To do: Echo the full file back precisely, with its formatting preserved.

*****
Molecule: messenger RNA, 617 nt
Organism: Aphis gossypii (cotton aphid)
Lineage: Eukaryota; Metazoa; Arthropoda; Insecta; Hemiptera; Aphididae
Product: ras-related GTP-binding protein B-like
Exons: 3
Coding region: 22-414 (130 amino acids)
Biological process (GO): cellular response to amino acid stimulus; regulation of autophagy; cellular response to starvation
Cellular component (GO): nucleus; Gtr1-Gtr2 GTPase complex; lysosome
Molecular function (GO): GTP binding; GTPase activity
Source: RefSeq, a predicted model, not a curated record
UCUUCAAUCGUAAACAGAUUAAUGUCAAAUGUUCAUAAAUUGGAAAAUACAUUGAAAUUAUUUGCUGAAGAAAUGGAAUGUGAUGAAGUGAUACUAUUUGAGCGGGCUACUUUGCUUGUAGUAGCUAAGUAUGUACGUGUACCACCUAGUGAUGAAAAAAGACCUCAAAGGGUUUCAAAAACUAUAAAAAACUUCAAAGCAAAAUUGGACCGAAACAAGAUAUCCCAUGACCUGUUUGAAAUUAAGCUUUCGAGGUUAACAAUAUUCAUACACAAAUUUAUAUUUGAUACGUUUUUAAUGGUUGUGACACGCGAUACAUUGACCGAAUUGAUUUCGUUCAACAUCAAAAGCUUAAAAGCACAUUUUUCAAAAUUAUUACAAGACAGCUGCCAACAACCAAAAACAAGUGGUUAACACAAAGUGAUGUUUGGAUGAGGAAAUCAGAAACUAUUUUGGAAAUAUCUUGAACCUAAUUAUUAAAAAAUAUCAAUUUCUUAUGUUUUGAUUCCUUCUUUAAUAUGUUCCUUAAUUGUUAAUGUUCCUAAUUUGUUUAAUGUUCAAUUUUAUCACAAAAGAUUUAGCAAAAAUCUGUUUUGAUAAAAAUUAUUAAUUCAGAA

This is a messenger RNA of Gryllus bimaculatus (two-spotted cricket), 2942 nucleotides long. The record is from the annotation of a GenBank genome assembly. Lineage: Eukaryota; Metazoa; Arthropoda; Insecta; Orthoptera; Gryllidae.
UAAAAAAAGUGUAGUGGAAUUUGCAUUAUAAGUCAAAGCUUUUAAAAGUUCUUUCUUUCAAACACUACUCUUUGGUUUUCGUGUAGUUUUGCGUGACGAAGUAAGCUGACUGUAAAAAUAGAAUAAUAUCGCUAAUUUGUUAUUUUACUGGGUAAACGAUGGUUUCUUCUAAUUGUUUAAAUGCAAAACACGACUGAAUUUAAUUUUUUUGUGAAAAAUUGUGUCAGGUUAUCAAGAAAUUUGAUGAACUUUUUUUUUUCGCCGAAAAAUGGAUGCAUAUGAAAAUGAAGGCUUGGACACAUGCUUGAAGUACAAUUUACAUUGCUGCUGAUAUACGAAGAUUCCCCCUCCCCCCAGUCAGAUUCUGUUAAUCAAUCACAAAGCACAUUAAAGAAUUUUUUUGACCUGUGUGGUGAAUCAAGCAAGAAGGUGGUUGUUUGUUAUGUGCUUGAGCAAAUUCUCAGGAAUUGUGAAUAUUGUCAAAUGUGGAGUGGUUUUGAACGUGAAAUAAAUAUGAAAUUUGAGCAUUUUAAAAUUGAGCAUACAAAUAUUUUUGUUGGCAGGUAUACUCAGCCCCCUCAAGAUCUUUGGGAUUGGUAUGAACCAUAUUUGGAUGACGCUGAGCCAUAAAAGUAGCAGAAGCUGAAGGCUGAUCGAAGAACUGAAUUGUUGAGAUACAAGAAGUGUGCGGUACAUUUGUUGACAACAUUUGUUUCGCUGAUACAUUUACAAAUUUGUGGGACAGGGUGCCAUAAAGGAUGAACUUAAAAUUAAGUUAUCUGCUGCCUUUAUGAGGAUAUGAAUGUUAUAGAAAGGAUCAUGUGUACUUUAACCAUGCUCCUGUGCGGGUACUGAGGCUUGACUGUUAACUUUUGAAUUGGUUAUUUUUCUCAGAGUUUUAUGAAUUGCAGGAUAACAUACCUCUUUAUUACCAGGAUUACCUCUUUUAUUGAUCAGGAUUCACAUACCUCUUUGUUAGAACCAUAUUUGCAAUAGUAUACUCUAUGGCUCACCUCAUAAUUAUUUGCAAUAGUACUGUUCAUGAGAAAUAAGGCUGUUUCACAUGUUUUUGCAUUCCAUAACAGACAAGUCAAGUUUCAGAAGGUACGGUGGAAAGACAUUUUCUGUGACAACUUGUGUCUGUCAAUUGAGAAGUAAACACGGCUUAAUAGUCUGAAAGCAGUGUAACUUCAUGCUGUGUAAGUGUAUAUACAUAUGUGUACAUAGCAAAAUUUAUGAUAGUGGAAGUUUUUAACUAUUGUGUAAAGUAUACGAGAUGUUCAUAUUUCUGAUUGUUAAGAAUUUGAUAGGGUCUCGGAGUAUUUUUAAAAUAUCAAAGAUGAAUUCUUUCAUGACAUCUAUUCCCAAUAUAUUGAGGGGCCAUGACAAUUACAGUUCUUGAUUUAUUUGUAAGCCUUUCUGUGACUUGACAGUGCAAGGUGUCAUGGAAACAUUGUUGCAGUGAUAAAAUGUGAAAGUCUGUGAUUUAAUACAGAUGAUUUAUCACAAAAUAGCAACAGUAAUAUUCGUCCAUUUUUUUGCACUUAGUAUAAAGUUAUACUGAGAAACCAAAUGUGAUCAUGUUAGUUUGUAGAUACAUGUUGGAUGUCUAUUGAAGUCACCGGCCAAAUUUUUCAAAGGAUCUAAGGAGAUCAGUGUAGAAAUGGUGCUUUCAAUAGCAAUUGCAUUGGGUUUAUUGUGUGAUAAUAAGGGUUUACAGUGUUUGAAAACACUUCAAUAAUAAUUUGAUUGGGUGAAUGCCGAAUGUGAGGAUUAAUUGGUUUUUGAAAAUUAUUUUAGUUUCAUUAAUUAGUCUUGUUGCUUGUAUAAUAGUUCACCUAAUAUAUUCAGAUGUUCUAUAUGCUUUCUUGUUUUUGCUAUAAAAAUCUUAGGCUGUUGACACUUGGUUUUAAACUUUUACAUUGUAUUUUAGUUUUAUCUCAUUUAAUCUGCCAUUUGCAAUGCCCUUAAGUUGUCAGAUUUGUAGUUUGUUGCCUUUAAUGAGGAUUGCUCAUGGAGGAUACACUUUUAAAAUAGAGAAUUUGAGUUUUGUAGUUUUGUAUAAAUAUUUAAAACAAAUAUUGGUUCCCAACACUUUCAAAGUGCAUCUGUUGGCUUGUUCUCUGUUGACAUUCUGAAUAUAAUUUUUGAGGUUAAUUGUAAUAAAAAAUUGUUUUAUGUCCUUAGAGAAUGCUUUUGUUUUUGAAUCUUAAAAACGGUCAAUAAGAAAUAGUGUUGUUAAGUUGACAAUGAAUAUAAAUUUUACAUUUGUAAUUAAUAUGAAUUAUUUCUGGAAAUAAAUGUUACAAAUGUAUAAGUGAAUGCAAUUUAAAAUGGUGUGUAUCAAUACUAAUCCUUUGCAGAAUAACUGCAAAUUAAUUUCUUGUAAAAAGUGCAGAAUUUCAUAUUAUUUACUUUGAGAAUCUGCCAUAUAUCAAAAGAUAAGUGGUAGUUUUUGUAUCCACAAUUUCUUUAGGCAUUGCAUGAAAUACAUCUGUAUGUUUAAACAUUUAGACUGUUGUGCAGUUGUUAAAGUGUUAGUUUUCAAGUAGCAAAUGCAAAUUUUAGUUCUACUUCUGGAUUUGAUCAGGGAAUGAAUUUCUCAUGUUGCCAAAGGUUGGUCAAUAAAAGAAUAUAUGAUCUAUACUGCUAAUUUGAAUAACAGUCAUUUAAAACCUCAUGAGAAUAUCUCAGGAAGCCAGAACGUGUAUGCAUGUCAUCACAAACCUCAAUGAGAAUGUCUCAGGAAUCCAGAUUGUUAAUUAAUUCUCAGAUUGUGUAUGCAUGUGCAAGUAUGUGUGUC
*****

Molecule: messenger RNA, 617 nt
Organism: Aphis gossypii (cotton aphid)
Lineage: Eukaryota; Metazoa; Arthropoda; Insecta; Hemiptera; Aphididae
Product: ras-related GTP-binding protein B-like
Exons: 3
Coding region: 22-414 (130 amino acids)
Biological process (GO): cellular response to amino acid stimulus; regulation of autophagy; cellular response to starvation
Cellular component (GO): nucleus; Gtr1-Gtr2 GTPase complex; lysosome
Molecular function (GO): GTP binding; GTPase activity
Source: RefSeq, a predicted model, not a curated record
UCUUCAAUCGUAAACAGAUUAAUGUCAAAUGUUCAUAAAUUGGAAAAUACAUUGAAAUUAUUUGCUGAAGAAAUGGAAUGUGAUGAAGUGAUACUAUUUGAGCGGGCUACUUUGCUUGUAGUAGCUAAGUAUGUACGUGUACCACCUAGUGAUGAAAAAAGACCUCAAAGGGUUUCAAAAACUAUAAAAAACUUCAAAGCAAAAUUGGACCGAAACAAGAUAUCCCAUGACCUGUUUGAAAUUAAGCUUUCGAGGUUAACAAUAUUCAUACACAAAUUUAUAUUUGAUACGUUUUUAAUGGUUGUGACACGCGAUACAUUGACCGAAUUGAUUUCGUUCAACAUCAAAAGCUUAAAAGCACAUUUUUCAAAAUUAUUACAAGACAGCUGCCAACAACCAAAAACAAGUGGUUAACACAAAGUGAUGUUUGGAUGAGGAAAUCAGAAACUAUUUUGGAAAUAUCUUGAACCUAAUUAUUAAAAAAUAUCAAUUUCUUAUGUUUUGAUUCCUUCUUUAAUAUGUUCCUUAAUUGUUAAUGUUCCUAAUUUGUUUAAUGUUCAAUUUUAUCACAAAAGAUUUAGCAAAAAUCUGUUUUGAUAAAAAUUAUUAAUUCAGAA

This is a messenger RNA of Gryllus bimaculatus (two-spotted cricket), 2942 nucleotides long. The record is from the annotation of a GenBank genome assembly. Lineage: Eukaryota; Metazoa; Arthropoda; Insecta; Orthoptera; Gryllidae.
UAAAAAAAGUGUAGUGGAAUUUGCAUUAUAAGUCAAAGCUUUUAAAAGUUCUUUCUUUCAAACACUACUCUUUGGUUUUCGUGUAGUUUUGCGUGACGAAGUAAGCUGACUGUAAAAAUAGAAUAAUAUCGCUAAUUUGUUAUUUUACUGGGUAAACGAUGGUUUCUUCUAAUUGUUUAAAUGCAAAACACGACUGAAUUUAAUUUUUUUGUGAAAAAUUGUGUCAGGUUAUCAAGAAAUUUGAUGAACUUUUUUUUUUCGCCGAAAAAUGGAUGCAUAUGAAAAUGAAGGCUUGGACACAUGCUUGAAGUACAAUUUACAUUGCUGCUGAUAUACGAAGAUUCCCCCUCCCCCCAGUCAGAUUCUGUUAAUCAAUCACAAAGCACAUUAAAGAAUUUUUUUGACCUGUGUGGUGAAUCAAGCAAGAAGGUGGUUGUUUGUUAUGUGCUUGAGCAAAUUCUCAGGAAUUGUGAAUAUUGUCAAAUGUGGAGUGGUUUUGAACGUGAAAUAAAUAUGAAAUUUGAGCAUUUUAAAAUUGAGCAUACAAAUAUUUUUGUUGGCAGGUAUACUCAGCCCCCUCAAGAUCUUUGGGAUUGGUAUGAACCAUAUUUGGAUGACGCUGAGCCAUAAAAGUAGCAGAAGCUGAAGGCUGAUCGAAGAACUGAAUUGUUGAGAUACAAGAAGUGUGCGGUACAUUUGUUGACAACAUUUGUUUCGCUGAUACAUUUACAAAUUUGUGGGACAGGGUGCCAUAAAGGAUGAACUUAAAAUUAAGUUAUCUGCUGCCUUUAUGAGGAUAUGAAUGUUAUAGAAAGGAUCAUGUGUACUUUAACCAUGCUCCUGUGCGGGUACUGAGGCUUGACUGUUAACUUUUGAAUUGGUUAUUUUUCUCAGAGUUUUAUGAAUUGCAGGAUAACAUACCUCUUUAUUACCAGGAUUACCUCUUUUAUUGAUCAGGAUUCACAUACCUCUUUGUUAGAACCAUAUUUGCAAUAGUAUACUCUAUGGCUCACCUCAUAAUUAUUUGCAAUAGUACUGUUCAUGAGAAAUAAGGCUGUUUCACAUGUUUUUGCAUUCCAUAACAGACAAGUCAAGUUUCAGAAGGUACGGUGGAAAGACAUUUUCUGUGACAACUUGUGUCUGUCAAUUGAGAAGUAAACACGGCUUAAUAGUCUGAAAGCAGUGUAACUUCAUGCUGUGUAAGUGUAUAUACAUAUGUGUACAUAGCAAAAUUUAUGAUAGUGGAAGUUUUUAACUAUUGUGUAAAGUAUACGAGAUGUUCAUAUUUCUGAUUGUUAAGAAUUUGAUAGGGUCUCGGAGUAUUUUUAAAAUAUCAAAGAUGAAUUCUUUCAUGACAUCUAUUCCCAAUAUAUUGAGGGGCCAUGACAAUUACAGUUCUUGAUUUAUUUGUAAGCCUUUCUGUGACUUGACAGUGCAAGGUGUCAUGGAAACAUUGUUGCAGUGAUAAAAUGUGAAAGUCUGUGAUUUAAUACAGAUGAUUUAUCACAAAAUAGCAACAGUAAUAUUCGUCCAUUUUUUUGCACUUAGUAUAAAGUUAUACUGAGAAACCAAAUGUGAUCAUGUUAGUUUGUAGAUACAUGUUGGAUGUCUAUUGAAGUCACCGGCCAAAUUUUUCAAAGGAUCUAAGGAGAUCAGUGUAGAAAUGGUGCUUUCAAUAGCAAUUGCAUUGGGUUUAUUGUGUGAUAAUAAGGGUUUACAGUGUUUGAAAACACUUCAAUAAUAAUUUGAUUGGGUGAAUGCCGAAUGUGAGGAUUAAUUGGUUUUUGAAAAUUAUUUUAGUUUCAUUAAUUAGUCUUGUUGCUUGUAUAAUAGUUCACCUAAUAUAUUCAGAUGUUCUAUAUGCUUUCUUGUUUUUGCUAUAAAAAUCUUAGGCUGUUGACACUUGGUUUUAAACUUUUACAUUGUAUUUUAGUUUUAUCUCAUUUAAUCUGCCAUUUGCAAUGCCCUUAAGUUGUCAGAUUUGUAGUUUGUUGCCUUUAAUGAGGAUUGCUCAUGGAGGAUACACUUUUAAAAUAGAGAAUUUGAGUUUUGUAGUUUUGUAUAAAUAUUUAAAACAAAUAUUGGUUCCCAACACUUUCAAAGUGCAUCUGUUGGCUUGUUCUCUGUUGACAUUCUGAAUAUAAUUUUUGAGGUUAAUUGUAAUAAAAAAUUGUUUUAUGUCCUUAGAGAAUGCUUUUGUUUUUGAAUCUUAAAAACGGUCAAUAAGAAAUAGUGUUGUUAAGUUGACAAUGAAUAUAAAUUUUACAUUUGUAAUUAAUAUGAAUUAUUUCUGGAAAUAAAUGUUACAAAUGUAUAAGUGAAUGCAAUUUAAAAUGGUGUGUAUCAAUACUAAUCCUUUGCAGAAUAACUGCAAAUUAAUUUCUUGUAAAAAGUGCAGAAUUUCAUAUUAUUUACUUUGAGAAUCUGCCAUAUAUCAAAAGAUAAGUGGUAGUUUUUGUAUCCACAAUUUCUUUAGGCAUUGCAUGAAAUACAUCUGUAUGUUUAAACAUUUAGACUGUUGUGCAGUUGUUAAAGUGUUAGUUUUCAAGUAGCAAAUGCAAAUUUUAGUUCUACUUCUGGAUUUGAUCAGGGAAUGAAUUUCUCAUGUUGCCAAAGGUUGGUCAAUAAAAGAAUAUAUGAUCUAUACUGCUAAUUUGAAUAACAGUCAUUUAAAACCUCAUGAGAAUAUCUCAGGAAGCCAGAACGUGUAUGCAUGUCAUCACAAACCUCAAUGAGAAUGUCUCAGGAAUCCAGAUUGUUAAUUAAUUCUCAGAUUGUGUAUGCAUGUGCAAGUAUGUGUGUC